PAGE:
Tagged: sony, S2, S1
It was just under a month ago when we reported on Sony’s “Two Will” campaign to promote their pair of upcoming Android Honeycomb tablets. The first video was part of a promised five-part series which started with a Rube Goldberg-esque machine casting shadows which either spell stuff or look like they are part of a city for Echochrome 2 people. It was unclear whether the next videos would have entirely different themes or if they would continue down that aesthetic. Now that the second video is released it appears like rails are here to stay.
Barely hanging on the tail of a big cat. Nice metaphor -- but not iOS’ naming scheme.
(nor flattering for an ad)
This time around, Sony opens with a colorful fountain, a typing plunger device, and a jingle that is so familiar I have been racking my brain over it for hours trying to figure out where I heard it before expecting it to be some grand clue. There seems to be a lot of hidden metaphor in this ad campaign, much like what was seen in the Jerry Seinfeld and Bill Gates ads that were pulled because they were panned by critics who could not see where they were headed thus making us all unsure of where they were actually headed because the rest is left unaired. Hopefully Sony will make it through all five of their episodes and we can find out exactly what Sony is trying to make us think about.
What do you think? Best ad ever or has Sony lost their marbles? See more metaphors?
Introduction, Design and Ergonomics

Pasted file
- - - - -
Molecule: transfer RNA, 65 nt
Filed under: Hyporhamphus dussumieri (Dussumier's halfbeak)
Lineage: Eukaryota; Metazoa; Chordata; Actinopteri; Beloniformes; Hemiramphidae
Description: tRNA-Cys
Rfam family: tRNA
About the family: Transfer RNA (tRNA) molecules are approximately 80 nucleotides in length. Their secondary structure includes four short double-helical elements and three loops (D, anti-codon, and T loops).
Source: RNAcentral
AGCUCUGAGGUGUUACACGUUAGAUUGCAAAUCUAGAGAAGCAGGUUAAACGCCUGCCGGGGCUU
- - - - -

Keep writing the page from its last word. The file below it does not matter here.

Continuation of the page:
BlackBerry is proof of the tech industry’s merciless pace of innovation. Five years ago, Research in Motion (the company responsible for BlackBerry) seemed to be on the top of the mobile world. Its phones offered unique functionality that, although sometimes replicated by competitors, was generally considered world-class. If you were interested in doing more with your phone than making calls, a BlackBerry handset was a solid choice.
Today, however, the brand is considered to be on its last legs. This perception is an exaggeration – BlackBerry devices are still popular the world over – but the company’s position has certainly been compromised by iOS and Android phones. Attempts to counter these competitors with devices like the touchscreen BlackBerry Storm haven’t gained much traction.
BlackBerry is quite late to that party, however – it took years to finally develop an iPhone/Android fighter, and even now the company seems somehow skeptical that touchscreen phones are all-that, so it’s little surprise that it’s behind the competition. Tablets, however, are a different story. Today we’re going to be looking at the BlackBerry PlayBook, which has actually joined the tablet crowd quite early. In my opinion, it’s the fourth credible tablet to hit the market, the other three being the iPad/2, the Xoom and the Galaxy Tab. Does it present something new to this small group, or does it falter like BlackBerry's touchscreen phones?
Continue reading to get our full review of the new Blackberry Playbook tablet!